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Atlantic ripe for hurricanes

Forecasters are predicting another above-average hurricane season.

BY HEATHER MOYER | BALTIMORE | May 16, 2005


"Strong winds, heavy rains and tornadoes can spread well-inland."

—Max Mayfield


Forecasters are predicting another above-average hurricane season for the United States.

“We are looking for a season with 12 to 15 named tropical storms, seven to nine of those becoming hurricanes, and three becoming major hurricanes – meaning category three or higher,” said Vice Admiral Conrad C. Lautenbacher, undersecretary of commerce for oceans and atmosphere and National Oceanic and Atmospheric Association (NOAA) administrator.

Officials from NOAA, the National Hurricane Center (NHC), and the Federal Emergency Management Agency (FEMA) made the announcement Monday afternoon to kick off National Hurricane Awareness Week.  The speakers all emphasized the same basic advice:  Be prepared.

“Last year reminded us that hurricanes and tropical storms are far more than just a threat to the coastal regions,” said Brigadier General David Johnson, assistant administrator for Weather Services and director of NOAA’s National Weather Service.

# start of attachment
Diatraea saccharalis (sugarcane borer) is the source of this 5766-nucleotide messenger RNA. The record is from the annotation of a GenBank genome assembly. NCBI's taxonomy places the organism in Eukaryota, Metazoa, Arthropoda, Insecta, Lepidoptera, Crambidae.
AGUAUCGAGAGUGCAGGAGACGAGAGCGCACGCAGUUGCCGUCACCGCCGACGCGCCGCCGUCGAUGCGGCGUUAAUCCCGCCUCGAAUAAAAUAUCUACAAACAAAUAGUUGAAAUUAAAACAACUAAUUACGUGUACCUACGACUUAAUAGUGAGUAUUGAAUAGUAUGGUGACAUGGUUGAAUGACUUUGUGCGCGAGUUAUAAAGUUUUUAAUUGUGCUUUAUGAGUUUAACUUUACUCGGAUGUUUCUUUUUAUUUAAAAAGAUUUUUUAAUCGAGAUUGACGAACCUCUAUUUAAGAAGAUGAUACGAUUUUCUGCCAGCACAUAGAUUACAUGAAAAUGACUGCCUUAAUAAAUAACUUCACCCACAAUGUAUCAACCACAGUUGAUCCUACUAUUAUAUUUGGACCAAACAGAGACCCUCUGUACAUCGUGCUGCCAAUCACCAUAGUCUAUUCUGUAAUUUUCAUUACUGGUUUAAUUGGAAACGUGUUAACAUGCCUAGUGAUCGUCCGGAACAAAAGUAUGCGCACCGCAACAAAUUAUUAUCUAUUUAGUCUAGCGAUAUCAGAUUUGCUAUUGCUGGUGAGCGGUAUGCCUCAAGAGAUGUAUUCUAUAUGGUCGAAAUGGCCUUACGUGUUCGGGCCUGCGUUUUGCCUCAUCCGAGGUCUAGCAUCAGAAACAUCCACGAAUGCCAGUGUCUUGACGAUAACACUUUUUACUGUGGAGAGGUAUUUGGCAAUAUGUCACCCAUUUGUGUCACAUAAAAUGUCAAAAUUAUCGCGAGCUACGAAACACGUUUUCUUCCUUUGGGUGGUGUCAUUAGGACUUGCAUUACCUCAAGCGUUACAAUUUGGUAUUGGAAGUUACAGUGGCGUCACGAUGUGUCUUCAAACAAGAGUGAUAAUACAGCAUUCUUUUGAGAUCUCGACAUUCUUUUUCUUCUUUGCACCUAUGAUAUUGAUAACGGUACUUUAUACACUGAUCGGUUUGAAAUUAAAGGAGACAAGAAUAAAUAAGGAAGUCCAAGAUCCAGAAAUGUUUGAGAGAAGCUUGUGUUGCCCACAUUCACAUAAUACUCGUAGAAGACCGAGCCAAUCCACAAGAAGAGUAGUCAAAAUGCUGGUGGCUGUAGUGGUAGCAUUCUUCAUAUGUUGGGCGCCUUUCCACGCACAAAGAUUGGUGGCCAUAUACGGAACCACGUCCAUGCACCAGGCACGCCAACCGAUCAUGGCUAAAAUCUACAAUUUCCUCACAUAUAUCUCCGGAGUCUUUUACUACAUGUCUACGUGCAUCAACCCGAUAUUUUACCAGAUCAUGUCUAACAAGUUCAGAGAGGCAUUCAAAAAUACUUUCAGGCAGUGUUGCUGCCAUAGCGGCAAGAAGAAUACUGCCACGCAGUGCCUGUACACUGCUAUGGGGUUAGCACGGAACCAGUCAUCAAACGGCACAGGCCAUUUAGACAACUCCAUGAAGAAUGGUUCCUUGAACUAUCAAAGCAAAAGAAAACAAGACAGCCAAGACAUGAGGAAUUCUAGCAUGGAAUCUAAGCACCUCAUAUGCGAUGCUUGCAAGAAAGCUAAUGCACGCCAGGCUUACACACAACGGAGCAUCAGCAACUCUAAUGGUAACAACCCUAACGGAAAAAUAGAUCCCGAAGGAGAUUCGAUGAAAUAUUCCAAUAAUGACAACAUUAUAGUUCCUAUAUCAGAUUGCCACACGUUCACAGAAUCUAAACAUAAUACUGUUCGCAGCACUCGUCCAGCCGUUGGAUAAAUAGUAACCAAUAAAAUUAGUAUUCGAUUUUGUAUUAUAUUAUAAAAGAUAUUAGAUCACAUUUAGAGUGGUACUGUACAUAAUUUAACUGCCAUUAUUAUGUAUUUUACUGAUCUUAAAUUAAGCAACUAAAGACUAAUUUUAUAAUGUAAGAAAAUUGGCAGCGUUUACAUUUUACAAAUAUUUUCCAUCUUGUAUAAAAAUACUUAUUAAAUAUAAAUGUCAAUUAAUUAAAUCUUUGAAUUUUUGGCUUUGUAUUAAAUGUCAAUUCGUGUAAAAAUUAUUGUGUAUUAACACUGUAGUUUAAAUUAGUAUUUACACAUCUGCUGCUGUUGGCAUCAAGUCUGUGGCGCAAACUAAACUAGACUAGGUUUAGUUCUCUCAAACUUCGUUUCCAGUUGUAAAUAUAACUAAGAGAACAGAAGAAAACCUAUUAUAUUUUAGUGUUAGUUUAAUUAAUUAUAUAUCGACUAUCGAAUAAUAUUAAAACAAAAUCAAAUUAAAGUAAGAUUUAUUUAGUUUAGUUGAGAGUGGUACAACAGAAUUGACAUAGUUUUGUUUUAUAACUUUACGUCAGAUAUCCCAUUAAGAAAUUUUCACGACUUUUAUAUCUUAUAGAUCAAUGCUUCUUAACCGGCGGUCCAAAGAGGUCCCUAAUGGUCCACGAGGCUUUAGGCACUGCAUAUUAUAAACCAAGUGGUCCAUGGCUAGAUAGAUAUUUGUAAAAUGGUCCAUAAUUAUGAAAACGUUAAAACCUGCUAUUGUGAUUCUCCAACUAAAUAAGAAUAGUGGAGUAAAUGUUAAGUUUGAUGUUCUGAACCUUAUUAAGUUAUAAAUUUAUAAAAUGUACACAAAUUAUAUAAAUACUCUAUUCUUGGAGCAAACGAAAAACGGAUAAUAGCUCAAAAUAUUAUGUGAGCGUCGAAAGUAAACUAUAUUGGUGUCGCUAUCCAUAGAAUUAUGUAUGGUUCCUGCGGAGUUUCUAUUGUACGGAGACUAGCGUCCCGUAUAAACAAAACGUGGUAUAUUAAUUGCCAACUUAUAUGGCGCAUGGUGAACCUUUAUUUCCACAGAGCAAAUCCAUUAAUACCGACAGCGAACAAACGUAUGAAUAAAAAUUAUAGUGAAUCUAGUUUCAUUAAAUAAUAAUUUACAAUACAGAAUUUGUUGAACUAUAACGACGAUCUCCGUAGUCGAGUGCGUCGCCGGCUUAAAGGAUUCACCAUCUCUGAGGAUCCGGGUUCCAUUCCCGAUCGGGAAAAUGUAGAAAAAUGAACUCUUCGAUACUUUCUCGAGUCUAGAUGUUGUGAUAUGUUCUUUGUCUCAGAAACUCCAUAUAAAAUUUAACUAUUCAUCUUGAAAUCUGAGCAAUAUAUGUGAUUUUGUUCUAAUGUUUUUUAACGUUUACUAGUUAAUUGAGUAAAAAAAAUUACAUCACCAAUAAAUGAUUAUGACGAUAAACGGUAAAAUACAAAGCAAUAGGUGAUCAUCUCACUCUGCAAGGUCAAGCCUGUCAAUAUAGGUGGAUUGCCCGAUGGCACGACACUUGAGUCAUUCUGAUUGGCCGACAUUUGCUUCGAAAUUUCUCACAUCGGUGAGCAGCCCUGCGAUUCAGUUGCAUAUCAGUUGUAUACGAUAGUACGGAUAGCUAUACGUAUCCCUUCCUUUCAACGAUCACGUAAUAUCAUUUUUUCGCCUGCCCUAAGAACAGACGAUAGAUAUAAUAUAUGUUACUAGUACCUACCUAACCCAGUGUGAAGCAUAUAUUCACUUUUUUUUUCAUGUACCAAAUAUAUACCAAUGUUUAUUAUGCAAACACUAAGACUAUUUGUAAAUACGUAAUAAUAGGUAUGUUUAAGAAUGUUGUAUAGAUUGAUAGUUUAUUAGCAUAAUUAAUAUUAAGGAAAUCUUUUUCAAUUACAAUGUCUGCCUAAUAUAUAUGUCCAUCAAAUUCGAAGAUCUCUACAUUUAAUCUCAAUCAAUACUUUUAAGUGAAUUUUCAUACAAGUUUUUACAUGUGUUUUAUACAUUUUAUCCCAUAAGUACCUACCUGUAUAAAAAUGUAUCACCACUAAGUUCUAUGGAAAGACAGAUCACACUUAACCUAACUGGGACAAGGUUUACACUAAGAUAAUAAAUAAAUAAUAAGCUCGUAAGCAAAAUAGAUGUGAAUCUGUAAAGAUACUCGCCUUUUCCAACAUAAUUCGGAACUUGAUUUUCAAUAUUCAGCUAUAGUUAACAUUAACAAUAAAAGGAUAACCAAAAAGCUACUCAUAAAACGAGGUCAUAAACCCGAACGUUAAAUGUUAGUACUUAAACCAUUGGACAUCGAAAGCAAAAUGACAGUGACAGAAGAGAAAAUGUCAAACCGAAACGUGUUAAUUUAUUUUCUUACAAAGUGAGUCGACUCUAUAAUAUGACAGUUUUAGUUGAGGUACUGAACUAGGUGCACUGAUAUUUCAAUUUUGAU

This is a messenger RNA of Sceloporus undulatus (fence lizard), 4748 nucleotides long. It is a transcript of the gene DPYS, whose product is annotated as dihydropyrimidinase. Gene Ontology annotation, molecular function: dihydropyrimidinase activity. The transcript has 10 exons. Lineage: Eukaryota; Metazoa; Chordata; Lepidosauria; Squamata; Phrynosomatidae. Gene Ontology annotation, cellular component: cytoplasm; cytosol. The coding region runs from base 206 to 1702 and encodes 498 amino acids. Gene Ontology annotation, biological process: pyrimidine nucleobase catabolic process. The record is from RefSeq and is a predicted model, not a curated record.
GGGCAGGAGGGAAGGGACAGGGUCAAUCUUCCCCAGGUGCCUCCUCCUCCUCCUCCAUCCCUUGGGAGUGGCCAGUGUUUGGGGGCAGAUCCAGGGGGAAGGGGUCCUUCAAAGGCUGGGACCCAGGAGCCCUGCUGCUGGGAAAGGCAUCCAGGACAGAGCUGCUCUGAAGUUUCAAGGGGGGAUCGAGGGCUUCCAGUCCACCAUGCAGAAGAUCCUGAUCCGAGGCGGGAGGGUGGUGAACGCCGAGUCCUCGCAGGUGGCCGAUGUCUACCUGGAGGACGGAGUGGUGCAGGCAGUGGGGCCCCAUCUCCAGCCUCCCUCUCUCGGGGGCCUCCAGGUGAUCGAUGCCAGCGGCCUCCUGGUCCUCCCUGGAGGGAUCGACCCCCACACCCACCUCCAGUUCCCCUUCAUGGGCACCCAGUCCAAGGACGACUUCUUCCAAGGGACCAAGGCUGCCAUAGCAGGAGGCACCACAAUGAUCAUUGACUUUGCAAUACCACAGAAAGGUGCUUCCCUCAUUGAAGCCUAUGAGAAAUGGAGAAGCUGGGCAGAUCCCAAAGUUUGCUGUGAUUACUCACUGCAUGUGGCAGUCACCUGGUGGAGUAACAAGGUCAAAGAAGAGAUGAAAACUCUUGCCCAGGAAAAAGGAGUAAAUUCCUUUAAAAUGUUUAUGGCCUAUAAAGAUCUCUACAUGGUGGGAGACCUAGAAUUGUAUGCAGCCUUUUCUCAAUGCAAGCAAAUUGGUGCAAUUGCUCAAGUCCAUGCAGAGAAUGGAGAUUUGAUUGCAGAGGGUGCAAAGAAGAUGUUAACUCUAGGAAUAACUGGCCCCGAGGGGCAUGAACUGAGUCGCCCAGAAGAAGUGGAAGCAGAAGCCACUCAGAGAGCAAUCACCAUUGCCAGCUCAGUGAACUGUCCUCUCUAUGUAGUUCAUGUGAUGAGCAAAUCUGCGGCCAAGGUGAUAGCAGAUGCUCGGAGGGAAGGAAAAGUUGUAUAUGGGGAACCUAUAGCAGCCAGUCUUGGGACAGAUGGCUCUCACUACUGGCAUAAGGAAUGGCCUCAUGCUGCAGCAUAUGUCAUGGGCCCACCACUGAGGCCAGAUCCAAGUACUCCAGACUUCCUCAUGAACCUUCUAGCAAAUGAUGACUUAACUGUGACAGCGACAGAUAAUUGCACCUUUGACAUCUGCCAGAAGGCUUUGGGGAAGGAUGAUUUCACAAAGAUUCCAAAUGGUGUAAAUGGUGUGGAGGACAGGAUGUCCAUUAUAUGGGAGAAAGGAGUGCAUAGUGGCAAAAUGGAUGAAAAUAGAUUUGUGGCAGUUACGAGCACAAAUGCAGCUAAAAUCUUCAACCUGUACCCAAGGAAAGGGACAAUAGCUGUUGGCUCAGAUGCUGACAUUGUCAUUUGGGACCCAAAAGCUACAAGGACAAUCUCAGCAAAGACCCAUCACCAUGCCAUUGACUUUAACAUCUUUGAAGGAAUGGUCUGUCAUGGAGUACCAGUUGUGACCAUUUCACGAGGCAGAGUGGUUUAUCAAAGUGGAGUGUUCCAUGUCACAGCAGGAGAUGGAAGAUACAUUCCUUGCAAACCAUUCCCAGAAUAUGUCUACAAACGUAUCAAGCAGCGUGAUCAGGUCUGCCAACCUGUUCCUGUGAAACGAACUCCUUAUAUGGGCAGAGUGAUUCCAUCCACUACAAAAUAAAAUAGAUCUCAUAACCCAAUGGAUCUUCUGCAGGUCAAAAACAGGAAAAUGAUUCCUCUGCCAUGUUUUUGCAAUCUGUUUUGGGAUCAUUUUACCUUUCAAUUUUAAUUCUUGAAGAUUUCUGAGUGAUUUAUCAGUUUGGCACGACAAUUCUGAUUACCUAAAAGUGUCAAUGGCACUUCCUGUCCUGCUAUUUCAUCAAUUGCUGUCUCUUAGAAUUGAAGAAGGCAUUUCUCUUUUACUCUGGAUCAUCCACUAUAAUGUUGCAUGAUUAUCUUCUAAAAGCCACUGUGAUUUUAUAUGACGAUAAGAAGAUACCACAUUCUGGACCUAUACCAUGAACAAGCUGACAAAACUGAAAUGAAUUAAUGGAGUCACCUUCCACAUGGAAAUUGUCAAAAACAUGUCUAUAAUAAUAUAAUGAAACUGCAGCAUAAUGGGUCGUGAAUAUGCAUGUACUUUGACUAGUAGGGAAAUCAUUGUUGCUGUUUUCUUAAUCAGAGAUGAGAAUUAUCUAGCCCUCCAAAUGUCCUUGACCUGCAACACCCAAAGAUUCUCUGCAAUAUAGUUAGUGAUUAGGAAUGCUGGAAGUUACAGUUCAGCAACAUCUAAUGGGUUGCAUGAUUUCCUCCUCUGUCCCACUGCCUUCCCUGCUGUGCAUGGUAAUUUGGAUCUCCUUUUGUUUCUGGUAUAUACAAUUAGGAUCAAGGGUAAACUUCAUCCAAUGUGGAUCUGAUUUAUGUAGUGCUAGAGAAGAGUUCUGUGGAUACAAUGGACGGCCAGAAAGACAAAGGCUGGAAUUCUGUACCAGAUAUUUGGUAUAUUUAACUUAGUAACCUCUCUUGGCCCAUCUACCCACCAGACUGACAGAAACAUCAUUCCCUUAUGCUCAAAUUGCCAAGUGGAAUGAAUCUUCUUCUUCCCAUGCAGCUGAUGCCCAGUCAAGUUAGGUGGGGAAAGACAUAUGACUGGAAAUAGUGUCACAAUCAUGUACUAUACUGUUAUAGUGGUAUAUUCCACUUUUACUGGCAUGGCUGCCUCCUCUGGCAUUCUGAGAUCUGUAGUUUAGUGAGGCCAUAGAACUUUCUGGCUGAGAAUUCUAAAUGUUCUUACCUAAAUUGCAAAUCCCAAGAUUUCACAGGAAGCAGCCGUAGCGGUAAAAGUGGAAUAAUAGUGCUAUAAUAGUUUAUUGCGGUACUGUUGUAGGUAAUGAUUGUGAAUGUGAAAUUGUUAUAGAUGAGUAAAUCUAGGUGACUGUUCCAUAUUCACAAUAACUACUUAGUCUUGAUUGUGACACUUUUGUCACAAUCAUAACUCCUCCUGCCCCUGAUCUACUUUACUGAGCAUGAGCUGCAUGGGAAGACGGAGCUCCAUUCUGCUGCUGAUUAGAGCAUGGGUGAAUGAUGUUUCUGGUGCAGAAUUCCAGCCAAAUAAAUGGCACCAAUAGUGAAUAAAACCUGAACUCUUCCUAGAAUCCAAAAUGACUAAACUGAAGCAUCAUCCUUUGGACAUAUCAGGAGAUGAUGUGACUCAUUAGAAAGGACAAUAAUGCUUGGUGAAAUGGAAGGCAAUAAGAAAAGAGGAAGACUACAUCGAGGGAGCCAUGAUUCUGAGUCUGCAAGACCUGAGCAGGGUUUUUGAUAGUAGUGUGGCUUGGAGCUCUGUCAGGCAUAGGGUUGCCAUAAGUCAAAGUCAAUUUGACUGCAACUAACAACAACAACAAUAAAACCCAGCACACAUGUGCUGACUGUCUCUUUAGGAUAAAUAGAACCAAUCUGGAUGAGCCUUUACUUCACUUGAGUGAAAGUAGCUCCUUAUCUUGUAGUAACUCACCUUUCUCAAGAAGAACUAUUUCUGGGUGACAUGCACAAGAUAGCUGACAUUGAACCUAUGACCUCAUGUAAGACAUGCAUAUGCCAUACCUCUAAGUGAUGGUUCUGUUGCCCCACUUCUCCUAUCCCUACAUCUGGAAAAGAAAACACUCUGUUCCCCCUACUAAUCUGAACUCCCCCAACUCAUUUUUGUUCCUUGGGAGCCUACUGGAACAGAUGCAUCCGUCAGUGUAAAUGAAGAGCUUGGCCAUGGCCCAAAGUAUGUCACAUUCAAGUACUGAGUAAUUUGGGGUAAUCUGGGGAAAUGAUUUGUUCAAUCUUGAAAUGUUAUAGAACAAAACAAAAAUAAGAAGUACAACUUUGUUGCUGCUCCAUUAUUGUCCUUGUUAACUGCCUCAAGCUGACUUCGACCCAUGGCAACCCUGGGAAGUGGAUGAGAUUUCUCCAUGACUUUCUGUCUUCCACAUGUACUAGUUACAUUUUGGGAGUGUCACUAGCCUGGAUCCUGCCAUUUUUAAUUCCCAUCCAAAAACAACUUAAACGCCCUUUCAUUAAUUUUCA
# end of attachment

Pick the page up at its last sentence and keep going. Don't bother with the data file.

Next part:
“Hurricanes are not just points on a map, they span hundreds of miles and have widespread impact.”

Max Mayfield, director of the NHC, agreed.

“Strong winds, heavy rains and tornadoes can spread well-inland,” he said, noting that flooding and tornadoes occurred from Florida to Ohio, Pennsylvania and New Jersey last season.

Mayfield added that while hurricane forecasting is improving every year, a major lesson learned last year involved the NHC’s forecasting track.  “Our number one lesson learned involves the cone of uncertainty – because we know we can’t predict the exact point of landfall,” he said, referring to the forecast graphics the NHC produces.

“A hurricane is not just one point or a skinny black line.”

This is why the public needs to have a plan, he noted.

“Everywhere I went in Florida last year, I heard the same thing:  people who had a hurricane plan did better than those without a hurricane plan,” said Mayfield.  “So why would someone want to wait until the last minute to plan?”

FEMA Director Mike Brown also spoke about the vast expanse of the United States that was affected last season.

“More than 600,000 square miles were affected by hurricanes last year,” he noted. “FEMA registered and helped 1.7 million people last year, which is four times the number of people FEMA normally gets in an average storm season.”

That increase in assistance could continue for some time.  Vice Admiral Lautenbacher said the shift in above average hurricane activity occurred in 1995, and that it could continue for 10 to 20 years.  “This is a result of our ocean and atmospheric reaction,” he explained.  “More research is needed, and we’re working on ways to improve our forecasting.”

In the meantime, the speakers all agreed that the bottom line for the public is preparation.

“The battle against the hurricane is won now, not when the hurricane comes knocking at your door,” said Mayfield.


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